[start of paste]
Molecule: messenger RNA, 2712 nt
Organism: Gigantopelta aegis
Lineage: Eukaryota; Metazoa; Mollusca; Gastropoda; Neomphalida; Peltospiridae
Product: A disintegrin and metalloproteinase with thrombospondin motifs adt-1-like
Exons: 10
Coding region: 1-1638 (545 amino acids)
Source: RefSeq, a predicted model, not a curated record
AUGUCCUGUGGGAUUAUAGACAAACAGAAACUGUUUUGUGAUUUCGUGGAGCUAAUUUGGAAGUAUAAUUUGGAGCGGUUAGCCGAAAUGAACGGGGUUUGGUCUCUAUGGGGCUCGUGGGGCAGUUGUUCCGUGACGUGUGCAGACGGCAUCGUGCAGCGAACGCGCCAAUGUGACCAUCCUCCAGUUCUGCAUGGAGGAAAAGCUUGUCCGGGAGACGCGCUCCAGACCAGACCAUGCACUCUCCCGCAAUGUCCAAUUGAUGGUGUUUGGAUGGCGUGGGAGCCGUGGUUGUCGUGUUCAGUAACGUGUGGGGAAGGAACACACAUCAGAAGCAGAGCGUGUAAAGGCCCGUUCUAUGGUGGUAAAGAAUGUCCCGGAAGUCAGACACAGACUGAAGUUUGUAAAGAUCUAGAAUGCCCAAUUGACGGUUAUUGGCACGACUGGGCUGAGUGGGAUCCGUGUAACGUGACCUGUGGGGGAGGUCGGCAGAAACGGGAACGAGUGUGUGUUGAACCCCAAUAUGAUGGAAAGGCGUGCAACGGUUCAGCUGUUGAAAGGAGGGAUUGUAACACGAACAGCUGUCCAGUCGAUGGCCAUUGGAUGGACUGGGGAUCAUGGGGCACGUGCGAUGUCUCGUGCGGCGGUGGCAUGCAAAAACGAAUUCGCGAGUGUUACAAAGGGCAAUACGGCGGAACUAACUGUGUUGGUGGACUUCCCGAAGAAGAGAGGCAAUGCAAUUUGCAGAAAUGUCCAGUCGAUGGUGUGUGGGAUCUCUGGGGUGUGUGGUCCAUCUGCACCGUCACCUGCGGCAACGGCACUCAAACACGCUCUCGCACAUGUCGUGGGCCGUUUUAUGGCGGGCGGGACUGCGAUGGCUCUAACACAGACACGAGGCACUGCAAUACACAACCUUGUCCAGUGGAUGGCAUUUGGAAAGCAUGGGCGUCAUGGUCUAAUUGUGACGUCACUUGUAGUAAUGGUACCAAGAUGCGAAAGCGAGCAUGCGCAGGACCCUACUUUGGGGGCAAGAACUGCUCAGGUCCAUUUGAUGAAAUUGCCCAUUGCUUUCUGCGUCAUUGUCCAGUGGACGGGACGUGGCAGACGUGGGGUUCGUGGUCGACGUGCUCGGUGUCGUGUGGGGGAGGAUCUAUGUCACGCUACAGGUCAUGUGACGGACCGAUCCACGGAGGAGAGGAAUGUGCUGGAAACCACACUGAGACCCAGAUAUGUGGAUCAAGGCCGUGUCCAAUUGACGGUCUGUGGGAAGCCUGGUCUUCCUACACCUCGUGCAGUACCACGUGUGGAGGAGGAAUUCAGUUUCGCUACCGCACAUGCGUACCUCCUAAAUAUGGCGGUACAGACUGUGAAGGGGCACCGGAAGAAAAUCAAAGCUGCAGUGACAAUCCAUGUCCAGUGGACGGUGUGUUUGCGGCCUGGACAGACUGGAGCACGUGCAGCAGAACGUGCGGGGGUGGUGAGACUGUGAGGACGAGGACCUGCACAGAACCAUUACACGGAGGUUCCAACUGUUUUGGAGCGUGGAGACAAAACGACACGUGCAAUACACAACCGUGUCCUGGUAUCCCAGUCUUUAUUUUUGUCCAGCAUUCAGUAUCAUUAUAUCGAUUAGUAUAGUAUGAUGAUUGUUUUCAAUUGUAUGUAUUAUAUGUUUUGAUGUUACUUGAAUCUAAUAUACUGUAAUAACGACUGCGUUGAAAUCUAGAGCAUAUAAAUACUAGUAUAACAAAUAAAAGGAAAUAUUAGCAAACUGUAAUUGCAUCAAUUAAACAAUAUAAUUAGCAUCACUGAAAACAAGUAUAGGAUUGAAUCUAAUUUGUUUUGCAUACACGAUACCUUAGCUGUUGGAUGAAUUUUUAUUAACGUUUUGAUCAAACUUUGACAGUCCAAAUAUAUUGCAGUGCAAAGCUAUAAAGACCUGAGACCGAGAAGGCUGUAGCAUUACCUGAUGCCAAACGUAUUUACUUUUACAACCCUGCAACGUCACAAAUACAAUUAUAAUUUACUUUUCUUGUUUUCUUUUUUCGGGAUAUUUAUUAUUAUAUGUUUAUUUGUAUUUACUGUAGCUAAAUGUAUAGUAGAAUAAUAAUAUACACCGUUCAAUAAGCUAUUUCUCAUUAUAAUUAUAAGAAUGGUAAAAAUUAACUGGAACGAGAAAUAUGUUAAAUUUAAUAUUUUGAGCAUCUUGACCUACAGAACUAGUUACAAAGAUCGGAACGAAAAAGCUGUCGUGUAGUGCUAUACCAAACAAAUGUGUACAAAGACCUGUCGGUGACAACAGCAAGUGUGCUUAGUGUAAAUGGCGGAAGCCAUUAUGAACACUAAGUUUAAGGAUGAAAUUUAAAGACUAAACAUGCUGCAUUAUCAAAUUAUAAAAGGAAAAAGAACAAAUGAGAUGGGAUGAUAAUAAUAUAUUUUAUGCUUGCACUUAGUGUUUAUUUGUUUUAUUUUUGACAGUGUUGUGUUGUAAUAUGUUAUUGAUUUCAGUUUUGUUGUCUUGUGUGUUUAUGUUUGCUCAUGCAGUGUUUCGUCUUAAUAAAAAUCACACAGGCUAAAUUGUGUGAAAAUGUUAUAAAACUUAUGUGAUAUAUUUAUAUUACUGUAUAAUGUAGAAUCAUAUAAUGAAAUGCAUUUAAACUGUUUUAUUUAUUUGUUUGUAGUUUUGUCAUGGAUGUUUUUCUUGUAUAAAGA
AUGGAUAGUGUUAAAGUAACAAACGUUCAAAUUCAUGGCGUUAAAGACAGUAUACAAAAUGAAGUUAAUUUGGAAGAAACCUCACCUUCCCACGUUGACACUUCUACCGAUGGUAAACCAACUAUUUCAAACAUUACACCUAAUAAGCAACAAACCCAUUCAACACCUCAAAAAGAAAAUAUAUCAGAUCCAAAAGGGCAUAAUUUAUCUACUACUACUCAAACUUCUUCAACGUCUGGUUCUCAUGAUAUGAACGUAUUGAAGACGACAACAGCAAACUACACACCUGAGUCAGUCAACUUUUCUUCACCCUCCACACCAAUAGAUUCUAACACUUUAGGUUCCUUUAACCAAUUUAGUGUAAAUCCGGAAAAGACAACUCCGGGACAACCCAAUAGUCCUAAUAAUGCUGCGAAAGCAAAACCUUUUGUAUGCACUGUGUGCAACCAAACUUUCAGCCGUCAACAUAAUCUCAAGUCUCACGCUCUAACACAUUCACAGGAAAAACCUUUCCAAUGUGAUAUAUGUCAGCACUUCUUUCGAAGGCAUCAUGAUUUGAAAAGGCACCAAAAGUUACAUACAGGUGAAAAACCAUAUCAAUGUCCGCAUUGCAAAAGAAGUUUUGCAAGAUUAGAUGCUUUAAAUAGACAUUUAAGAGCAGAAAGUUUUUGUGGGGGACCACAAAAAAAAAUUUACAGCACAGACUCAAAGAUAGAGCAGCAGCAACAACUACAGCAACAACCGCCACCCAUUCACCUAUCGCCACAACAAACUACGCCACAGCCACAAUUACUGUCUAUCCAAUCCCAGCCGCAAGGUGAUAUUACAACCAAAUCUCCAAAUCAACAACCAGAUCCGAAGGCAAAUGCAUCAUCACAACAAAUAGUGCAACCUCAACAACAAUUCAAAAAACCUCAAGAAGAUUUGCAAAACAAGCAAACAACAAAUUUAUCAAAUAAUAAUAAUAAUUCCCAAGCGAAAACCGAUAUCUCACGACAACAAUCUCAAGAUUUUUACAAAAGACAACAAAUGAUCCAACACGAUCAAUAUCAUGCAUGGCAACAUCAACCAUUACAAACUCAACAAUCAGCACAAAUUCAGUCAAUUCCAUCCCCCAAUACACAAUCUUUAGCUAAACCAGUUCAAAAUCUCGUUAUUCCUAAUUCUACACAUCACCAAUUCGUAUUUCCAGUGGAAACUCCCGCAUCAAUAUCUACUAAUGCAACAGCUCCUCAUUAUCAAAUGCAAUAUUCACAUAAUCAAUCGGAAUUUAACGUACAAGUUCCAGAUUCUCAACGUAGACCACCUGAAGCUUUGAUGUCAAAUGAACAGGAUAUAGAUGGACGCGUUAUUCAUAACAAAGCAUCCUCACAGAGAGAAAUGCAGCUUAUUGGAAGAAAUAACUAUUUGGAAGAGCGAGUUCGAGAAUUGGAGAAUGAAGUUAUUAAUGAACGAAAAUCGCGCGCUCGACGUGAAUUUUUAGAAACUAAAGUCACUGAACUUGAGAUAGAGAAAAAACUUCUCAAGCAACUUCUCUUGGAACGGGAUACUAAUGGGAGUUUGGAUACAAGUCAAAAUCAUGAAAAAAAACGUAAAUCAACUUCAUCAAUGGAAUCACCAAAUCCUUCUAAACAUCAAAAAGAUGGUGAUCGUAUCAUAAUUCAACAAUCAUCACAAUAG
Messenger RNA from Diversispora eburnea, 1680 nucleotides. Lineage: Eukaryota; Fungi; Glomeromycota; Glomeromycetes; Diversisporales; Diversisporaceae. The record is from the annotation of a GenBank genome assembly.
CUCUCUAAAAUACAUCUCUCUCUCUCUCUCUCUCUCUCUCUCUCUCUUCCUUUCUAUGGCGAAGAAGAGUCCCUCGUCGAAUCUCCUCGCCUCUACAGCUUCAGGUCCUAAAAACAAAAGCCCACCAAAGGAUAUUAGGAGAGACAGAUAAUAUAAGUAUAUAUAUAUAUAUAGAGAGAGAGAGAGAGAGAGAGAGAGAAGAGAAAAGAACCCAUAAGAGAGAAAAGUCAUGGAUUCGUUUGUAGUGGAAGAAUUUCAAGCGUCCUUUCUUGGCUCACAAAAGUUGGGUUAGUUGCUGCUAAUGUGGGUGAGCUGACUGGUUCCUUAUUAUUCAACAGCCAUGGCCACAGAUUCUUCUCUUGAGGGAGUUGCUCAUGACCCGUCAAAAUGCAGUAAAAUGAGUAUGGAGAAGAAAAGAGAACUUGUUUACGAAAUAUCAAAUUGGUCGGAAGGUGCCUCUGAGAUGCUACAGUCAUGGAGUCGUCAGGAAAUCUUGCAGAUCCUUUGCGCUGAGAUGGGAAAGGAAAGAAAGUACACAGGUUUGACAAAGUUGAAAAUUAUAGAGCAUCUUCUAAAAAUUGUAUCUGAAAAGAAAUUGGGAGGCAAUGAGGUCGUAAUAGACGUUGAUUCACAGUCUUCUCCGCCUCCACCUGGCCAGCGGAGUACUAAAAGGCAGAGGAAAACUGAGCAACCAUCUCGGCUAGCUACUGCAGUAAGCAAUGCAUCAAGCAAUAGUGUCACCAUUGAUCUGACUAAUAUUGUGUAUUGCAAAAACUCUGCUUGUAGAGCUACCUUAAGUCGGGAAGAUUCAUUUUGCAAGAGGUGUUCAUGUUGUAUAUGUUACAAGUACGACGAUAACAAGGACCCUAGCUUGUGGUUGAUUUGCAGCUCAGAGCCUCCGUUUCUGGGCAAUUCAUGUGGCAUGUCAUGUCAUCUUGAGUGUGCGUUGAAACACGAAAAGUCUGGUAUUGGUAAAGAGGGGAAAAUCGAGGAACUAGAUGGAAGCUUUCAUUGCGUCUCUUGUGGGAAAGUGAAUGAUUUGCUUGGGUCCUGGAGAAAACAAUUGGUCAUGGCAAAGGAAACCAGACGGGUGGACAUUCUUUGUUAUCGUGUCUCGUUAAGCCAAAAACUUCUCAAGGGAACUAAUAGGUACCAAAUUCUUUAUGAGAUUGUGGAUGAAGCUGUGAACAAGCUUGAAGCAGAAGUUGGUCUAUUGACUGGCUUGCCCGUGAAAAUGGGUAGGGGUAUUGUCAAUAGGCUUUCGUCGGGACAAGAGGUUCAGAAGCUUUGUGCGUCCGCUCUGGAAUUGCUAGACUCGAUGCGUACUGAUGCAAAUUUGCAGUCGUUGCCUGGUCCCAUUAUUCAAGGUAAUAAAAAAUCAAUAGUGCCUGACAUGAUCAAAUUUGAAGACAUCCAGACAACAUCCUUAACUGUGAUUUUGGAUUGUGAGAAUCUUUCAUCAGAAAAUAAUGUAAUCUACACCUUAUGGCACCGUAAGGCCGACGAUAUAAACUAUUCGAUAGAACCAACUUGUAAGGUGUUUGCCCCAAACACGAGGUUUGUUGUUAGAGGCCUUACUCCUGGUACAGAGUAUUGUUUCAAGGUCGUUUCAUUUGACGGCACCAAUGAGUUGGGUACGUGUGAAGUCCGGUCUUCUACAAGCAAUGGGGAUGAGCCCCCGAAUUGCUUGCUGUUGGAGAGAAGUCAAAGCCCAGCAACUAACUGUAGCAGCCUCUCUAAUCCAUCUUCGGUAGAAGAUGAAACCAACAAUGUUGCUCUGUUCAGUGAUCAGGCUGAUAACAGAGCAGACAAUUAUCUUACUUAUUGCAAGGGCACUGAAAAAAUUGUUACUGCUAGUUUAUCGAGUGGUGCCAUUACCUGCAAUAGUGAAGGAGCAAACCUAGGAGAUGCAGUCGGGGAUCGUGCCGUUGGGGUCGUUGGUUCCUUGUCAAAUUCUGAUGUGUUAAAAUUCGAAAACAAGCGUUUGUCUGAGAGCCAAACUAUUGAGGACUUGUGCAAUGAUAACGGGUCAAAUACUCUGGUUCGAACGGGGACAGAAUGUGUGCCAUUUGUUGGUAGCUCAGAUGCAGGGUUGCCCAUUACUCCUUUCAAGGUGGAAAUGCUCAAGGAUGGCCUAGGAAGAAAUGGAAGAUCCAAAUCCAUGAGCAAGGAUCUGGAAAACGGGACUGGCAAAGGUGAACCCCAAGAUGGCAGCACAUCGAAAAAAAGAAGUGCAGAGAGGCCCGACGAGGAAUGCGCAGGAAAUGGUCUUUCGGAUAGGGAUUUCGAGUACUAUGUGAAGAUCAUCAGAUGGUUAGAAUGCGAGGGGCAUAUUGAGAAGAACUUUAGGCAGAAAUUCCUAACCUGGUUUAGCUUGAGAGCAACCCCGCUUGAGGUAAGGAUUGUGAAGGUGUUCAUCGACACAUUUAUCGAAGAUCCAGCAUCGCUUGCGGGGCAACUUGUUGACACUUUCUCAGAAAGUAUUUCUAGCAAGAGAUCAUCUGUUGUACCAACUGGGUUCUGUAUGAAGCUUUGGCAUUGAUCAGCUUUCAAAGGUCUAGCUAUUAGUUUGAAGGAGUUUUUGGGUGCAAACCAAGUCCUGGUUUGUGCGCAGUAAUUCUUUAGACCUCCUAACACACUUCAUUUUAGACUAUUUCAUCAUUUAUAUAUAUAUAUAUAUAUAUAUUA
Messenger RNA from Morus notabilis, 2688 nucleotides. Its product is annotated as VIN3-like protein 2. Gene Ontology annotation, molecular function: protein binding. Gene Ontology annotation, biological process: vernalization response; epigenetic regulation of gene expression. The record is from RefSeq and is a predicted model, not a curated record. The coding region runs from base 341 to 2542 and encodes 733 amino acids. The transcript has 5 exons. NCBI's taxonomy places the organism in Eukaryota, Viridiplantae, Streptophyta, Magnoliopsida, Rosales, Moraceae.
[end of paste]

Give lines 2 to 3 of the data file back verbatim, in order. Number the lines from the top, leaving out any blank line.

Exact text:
Organism: Gigantopelta aegis
Lineage: Eukaryota; Metazoa; Mollusca; Gastropoda; Neomphalida; Peltospiridae